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Why is it called “life insurance” when it is, in fact, insurance against untimely death? The words we use to frame a concept or an argument can have tremendous appeal.

In the same way, the idea of using someone else’s money to make a purchase or investment can be thought of as debt (negative) or as leverage (positive). The way it’s framed can shift our thinking.

So, is taking out a loan good or bad?

I understand the appeal to simplify things. There is so much information out there, especially concerning money, that we feel the need to categorize everything to make it easier for us to evaluate our options. Instead of a balance sheet of assets and liabilities, we want a balance sheet of good and bad. By doing so, we can easily assess how a financial product, concept, or idea fits within our worldview.

What is leverage?

Debt is easy to define. It’s an amount of money borrowed with the promise of being paid back in the future, usually with interest.

Leverage is a concept borrowed from mechanical engineering. A lever is a simple machine that takes an input force and amplifies it to an even greater output force (think of a pair of pliers). This act of providing leverage is applicable in finance, too.

While leverage is debt, the concept of leverage is using a relatively small amount of your own money (input) and amplifying it to provide an even greater output.

There is no hard-and-fast rule of what debt is leverage. You could argue buying something with a credit card is leverage. But I think a wise way to define leverage is:

  • When buying an appreciating asset
  • When the opportunity cost for cash is high

How to wisely use leverage

When buying an appreciating asset

A rule-of-thumb states that anytime you buy an appreciating asset with leverage, you will get a higher rate of return. If you buy a $400,000 house with cash and the house increases by $80,000, you will realize a 20% return. If you used a mortgage to buy the house with an $80,000 down payment, you will realize a 100% return on your initial investment, minus any costs of obtaining and servicing the loan.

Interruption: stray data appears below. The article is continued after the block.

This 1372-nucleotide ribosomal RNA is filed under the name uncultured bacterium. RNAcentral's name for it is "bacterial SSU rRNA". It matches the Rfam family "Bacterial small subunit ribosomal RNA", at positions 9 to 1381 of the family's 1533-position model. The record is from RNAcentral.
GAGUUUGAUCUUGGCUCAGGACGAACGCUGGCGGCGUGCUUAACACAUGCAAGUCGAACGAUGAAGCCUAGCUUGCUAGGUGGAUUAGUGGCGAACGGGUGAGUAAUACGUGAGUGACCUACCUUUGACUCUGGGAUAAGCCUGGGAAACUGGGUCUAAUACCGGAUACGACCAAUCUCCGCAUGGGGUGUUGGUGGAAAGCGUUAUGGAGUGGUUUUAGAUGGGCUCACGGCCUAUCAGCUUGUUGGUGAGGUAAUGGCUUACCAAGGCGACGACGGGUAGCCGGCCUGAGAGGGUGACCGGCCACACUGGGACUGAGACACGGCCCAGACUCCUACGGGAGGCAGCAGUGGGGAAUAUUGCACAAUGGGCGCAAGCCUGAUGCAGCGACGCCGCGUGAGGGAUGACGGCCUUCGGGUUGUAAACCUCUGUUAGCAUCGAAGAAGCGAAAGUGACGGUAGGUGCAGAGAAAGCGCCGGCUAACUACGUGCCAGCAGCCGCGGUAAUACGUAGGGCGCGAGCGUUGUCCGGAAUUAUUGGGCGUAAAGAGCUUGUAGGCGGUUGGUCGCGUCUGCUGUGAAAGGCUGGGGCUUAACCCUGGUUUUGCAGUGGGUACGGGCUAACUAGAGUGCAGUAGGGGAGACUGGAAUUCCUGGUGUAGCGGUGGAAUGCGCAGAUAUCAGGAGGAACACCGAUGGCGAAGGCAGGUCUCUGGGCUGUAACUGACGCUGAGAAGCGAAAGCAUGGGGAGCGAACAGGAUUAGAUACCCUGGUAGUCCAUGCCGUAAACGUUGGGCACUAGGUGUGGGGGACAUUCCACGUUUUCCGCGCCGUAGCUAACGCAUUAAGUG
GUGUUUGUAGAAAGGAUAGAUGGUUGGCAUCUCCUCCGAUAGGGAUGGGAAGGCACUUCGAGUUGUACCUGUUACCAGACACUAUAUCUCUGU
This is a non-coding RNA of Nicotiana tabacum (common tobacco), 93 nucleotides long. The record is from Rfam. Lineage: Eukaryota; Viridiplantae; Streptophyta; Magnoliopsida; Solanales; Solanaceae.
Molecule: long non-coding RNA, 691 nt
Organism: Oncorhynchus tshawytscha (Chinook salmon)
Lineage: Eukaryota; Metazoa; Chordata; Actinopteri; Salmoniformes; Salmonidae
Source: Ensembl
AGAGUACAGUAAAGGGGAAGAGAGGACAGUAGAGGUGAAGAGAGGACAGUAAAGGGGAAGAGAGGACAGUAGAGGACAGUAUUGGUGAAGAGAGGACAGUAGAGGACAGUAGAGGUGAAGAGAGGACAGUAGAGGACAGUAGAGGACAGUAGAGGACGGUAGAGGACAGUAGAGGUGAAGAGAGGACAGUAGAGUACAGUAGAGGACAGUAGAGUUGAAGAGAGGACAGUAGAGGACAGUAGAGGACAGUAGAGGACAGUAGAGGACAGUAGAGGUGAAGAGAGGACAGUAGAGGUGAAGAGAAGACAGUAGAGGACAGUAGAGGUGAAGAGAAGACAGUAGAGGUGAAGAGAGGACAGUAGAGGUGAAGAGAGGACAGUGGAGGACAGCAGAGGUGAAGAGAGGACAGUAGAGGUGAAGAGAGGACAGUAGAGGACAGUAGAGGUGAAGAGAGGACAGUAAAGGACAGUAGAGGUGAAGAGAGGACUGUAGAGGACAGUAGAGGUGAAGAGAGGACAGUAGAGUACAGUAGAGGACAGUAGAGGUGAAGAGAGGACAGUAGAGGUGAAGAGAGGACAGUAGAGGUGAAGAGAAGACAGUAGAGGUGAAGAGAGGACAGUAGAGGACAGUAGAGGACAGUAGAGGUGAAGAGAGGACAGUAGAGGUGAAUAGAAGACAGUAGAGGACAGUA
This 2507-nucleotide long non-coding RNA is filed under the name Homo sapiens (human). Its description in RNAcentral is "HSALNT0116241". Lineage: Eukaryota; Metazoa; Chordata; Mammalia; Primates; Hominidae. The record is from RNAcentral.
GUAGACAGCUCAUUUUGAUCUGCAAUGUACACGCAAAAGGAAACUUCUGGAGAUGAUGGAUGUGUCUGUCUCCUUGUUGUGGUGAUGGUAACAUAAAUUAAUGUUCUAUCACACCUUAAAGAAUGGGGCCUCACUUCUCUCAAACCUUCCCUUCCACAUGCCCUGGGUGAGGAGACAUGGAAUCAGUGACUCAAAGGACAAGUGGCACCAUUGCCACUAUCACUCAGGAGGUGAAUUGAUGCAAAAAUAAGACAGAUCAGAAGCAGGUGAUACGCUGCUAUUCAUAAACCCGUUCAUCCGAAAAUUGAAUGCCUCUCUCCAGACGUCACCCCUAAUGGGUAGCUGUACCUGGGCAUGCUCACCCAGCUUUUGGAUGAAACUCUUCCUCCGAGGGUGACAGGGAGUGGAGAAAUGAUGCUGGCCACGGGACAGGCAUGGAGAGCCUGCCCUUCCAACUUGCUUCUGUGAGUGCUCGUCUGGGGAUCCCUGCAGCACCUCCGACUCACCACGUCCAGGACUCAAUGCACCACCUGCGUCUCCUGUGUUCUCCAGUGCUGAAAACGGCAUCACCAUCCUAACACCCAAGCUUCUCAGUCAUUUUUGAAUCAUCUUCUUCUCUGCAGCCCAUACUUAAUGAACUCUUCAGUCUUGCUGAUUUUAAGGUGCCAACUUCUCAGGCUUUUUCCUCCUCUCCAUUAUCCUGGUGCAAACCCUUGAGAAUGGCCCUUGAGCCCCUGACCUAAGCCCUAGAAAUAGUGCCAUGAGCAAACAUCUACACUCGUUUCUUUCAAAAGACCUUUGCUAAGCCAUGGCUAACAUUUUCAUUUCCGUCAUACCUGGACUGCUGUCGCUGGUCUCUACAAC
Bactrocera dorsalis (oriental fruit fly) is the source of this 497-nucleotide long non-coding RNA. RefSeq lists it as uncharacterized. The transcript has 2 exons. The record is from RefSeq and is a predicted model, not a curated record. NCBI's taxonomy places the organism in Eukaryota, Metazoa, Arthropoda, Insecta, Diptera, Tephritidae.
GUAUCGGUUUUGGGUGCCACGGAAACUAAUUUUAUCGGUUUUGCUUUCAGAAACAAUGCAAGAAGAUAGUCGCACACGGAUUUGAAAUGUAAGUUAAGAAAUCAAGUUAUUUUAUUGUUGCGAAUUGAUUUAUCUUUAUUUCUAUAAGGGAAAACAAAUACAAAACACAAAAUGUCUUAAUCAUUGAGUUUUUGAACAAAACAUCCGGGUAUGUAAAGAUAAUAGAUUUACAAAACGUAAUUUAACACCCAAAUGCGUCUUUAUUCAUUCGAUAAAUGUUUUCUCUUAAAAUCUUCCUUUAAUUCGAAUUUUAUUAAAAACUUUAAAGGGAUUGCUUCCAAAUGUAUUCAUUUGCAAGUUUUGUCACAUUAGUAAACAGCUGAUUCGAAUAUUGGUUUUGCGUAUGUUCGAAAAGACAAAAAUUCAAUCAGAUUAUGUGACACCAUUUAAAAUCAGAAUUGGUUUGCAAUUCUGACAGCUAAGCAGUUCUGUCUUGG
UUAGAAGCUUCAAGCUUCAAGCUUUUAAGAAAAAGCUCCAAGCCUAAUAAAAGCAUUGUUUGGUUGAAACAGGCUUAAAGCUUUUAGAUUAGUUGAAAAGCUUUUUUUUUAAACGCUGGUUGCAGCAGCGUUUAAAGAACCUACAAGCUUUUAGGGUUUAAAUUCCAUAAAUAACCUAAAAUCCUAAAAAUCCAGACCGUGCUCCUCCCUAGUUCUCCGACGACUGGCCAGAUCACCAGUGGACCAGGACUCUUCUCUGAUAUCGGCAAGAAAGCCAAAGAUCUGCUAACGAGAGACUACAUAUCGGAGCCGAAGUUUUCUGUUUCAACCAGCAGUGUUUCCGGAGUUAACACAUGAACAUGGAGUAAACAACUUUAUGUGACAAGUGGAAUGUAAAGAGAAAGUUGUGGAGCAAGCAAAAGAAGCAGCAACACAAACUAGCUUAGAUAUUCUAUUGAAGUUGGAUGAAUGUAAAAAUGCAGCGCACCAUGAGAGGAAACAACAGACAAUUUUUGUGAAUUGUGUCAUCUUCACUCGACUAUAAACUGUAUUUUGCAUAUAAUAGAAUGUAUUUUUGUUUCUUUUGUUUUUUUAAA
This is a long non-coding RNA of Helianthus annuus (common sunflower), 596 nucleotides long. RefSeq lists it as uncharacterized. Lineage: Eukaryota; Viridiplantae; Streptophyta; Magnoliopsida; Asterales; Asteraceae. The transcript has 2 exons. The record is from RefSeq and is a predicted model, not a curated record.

Most people aren’t real estate investors and are buying houses with the intent of living in them. In this case, leverage is still smart because many cannot save up enough to buy a house with cash. For example, the median listing home price in my town is $550,000 as of December 2021. How long would it take for you to save up half a million dollars?

By using leverage, you are using a relatively small amount today and amplifying it to purchase a much larger asset. The best part about using leverage to buy a house is that houses are appreciating assets! Even though you might not think of your house as an “investment,” you are highly likely to sell your house and move in the future. If this happens, most people are happy with the return that they got on their “investment!”

Additional considerations

Of course, current market conditions also dictate whether using leverage is attractive or not. At the time of writing, interest rates are historically low while inflation is running above average. This anomaly makes 30-year mortgages especially attractive, as you are maximizing dollars today and paying back the loan with fixed payments using dollars that are worth far less.

When the opportunity cost for cash is high